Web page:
Last spring training, after the Astros had won the World Series, then-Houston starter Dallas Keuchel was asked about the possibility of a World Series hangover. Keuchel's response: "We're not the Cubs."
He was referring to the previous year's World Series champions, who stumbled their way through a mediocre first half in 2017. "It was just a different intensity," Cubs first baseman Anthony Rizzo would later say in explaining the club's slow start that year. "It's hard to match the intensity of a Game 7 World Series or being down 2-1 to the Dodgers and coming back and beating [Clayton] Kershaw."
With the Red Sox off to a horrific 6-13 start with a minus-42 run differential that is worst in the American League, the World Series hangover theory is in full effect. Let's take a look to see how real it is, checking how each of the World Series winners since 2010 performed early in the following season.
First 20 games: 13-7
End of May: 36-22
True to Keuchel's words in March, the Astros were not the 2017 Cubs. They came out firing thanks to a 2.54 staff ERA through April, and while the Mariners and later the A's give them a chase for the AL West title, the Astros held first place at the end of each month of the season. They won 103 games and reached the American League Championship Series.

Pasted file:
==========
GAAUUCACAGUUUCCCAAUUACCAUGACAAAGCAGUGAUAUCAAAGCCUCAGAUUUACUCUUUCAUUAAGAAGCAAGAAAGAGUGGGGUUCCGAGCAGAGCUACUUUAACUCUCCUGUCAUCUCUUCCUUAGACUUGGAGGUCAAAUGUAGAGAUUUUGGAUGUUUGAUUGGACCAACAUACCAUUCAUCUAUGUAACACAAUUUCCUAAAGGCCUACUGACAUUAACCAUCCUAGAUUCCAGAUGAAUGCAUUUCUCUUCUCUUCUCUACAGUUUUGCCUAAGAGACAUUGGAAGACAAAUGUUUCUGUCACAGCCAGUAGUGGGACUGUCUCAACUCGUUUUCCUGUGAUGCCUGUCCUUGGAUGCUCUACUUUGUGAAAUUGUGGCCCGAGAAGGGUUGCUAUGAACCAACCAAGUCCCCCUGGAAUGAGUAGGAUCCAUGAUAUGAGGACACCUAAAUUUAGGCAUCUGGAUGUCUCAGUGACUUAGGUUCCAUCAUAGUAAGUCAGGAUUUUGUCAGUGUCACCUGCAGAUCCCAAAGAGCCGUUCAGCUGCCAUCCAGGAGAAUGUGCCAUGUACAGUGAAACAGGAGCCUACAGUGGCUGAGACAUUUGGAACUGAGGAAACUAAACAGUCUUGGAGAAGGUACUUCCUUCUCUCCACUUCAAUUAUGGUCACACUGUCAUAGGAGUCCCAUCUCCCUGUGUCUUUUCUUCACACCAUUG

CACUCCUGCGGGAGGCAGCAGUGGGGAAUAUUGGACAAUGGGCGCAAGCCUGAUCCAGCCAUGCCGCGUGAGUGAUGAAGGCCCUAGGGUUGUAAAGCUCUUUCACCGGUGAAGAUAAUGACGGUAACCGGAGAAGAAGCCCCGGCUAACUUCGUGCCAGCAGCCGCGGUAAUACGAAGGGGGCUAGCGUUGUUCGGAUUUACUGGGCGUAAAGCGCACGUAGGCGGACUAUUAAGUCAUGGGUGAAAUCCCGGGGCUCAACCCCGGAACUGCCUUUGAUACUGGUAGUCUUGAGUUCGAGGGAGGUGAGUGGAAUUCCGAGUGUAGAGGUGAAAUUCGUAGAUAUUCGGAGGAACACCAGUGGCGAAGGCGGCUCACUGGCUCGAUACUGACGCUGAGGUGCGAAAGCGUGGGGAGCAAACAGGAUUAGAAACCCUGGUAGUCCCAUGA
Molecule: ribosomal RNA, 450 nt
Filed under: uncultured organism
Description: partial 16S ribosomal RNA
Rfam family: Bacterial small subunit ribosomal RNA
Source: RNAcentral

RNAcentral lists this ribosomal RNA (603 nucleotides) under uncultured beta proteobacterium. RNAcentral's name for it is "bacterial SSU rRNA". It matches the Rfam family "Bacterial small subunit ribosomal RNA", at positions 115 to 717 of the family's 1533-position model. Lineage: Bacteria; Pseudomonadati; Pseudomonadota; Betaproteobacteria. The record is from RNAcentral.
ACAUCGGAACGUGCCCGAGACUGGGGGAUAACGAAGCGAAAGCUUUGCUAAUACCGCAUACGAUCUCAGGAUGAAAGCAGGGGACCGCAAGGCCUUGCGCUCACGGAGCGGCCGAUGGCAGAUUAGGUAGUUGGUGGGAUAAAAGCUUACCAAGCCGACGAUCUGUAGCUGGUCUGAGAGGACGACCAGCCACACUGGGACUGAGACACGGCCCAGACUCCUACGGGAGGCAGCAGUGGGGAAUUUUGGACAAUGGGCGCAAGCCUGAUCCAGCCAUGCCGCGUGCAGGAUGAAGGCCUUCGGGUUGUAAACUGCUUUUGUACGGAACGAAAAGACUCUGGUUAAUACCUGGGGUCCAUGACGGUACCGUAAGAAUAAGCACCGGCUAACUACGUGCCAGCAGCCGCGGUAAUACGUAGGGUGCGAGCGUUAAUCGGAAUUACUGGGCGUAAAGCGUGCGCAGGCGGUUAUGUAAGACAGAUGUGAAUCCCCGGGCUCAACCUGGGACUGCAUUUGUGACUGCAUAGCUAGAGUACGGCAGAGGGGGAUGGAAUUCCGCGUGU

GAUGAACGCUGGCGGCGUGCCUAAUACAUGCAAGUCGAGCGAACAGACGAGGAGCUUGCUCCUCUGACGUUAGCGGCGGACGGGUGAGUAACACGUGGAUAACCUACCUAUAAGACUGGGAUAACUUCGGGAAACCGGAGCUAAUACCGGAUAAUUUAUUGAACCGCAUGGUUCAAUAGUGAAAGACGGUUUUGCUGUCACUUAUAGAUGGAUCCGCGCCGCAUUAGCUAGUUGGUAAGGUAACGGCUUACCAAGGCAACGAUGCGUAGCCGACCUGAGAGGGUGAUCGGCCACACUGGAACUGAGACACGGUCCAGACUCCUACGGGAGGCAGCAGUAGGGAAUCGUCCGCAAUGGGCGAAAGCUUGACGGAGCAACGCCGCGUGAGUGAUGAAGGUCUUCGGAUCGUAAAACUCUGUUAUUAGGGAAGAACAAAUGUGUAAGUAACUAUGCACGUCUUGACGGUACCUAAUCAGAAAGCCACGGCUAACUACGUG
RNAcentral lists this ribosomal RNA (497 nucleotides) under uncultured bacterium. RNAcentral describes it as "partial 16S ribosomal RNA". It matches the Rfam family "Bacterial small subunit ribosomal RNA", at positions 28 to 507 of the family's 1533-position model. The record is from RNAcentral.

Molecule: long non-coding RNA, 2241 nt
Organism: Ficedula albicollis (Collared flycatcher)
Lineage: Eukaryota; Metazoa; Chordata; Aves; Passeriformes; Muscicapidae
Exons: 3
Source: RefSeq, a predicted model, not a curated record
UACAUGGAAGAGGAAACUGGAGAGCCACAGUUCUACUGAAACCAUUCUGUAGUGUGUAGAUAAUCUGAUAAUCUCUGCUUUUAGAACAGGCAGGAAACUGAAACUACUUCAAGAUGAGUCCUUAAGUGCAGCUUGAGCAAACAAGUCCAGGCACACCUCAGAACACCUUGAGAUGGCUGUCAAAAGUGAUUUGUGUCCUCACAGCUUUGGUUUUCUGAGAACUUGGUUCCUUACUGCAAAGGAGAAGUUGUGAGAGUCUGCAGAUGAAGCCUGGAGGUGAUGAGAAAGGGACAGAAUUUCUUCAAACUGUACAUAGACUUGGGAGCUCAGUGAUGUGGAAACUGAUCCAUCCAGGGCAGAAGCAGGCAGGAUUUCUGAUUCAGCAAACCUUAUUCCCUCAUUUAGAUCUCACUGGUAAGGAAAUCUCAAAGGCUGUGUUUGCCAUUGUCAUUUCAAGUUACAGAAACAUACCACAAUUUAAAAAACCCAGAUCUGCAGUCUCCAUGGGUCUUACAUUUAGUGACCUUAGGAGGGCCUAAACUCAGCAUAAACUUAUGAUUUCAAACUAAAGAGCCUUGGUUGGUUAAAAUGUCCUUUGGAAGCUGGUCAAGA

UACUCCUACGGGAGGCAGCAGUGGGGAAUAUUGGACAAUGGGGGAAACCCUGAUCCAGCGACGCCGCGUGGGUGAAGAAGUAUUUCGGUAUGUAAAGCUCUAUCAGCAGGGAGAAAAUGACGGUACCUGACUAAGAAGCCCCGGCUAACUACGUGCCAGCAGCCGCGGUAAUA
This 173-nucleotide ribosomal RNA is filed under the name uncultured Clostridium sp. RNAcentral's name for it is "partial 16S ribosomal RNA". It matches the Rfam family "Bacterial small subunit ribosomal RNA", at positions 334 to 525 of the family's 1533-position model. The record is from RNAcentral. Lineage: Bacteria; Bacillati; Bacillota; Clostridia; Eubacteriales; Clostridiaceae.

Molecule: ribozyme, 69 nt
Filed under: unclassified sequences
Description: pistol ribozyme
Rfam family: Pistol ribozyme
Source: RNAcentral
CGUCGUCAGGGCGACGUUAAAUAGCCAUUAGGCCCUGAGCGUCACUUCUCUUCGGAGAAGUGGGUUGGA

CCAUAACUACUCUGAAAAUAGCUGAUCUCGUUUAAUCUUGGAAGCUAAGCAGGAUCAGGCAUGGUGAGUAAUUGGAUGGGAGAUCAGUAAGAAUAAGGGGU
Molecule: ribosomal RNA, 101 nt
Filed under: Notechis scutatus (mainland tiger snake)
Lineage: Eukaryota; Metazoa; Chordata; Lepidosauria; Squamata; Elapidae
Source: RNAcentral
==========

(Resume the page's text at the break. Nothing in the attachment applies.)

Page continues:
First 20 games: 12-8
End of May: 25-27
The Cubs actually weren't terrible in April, finishing the month with a plus-18 run differential and in first place in the NL Central. But they stumbled after that. They were 16-12 when the Yankees swept them at Wrigley, then they lost two of three at Colorado and St. Louis, and at the end of the month they went 0-6 on a road trip to Los Angeles and San Diego. They finished the first half 43-45, but won their first six games after the All-Star break and 15 of their first 18 on their way to a 92-70 season and division title.
First 20 games: 12-8
End of May: 29-22
The Royals were in first place at the end of May, so it's hard to say they suffered from a hangover. They fell apart with a 7-19 mark in July, undone by terrible pitching (5.1 runs per game). They finished .500, reflective of the talent of the team and a few more injuries than during their two World Series years.
First 20 games: 8-12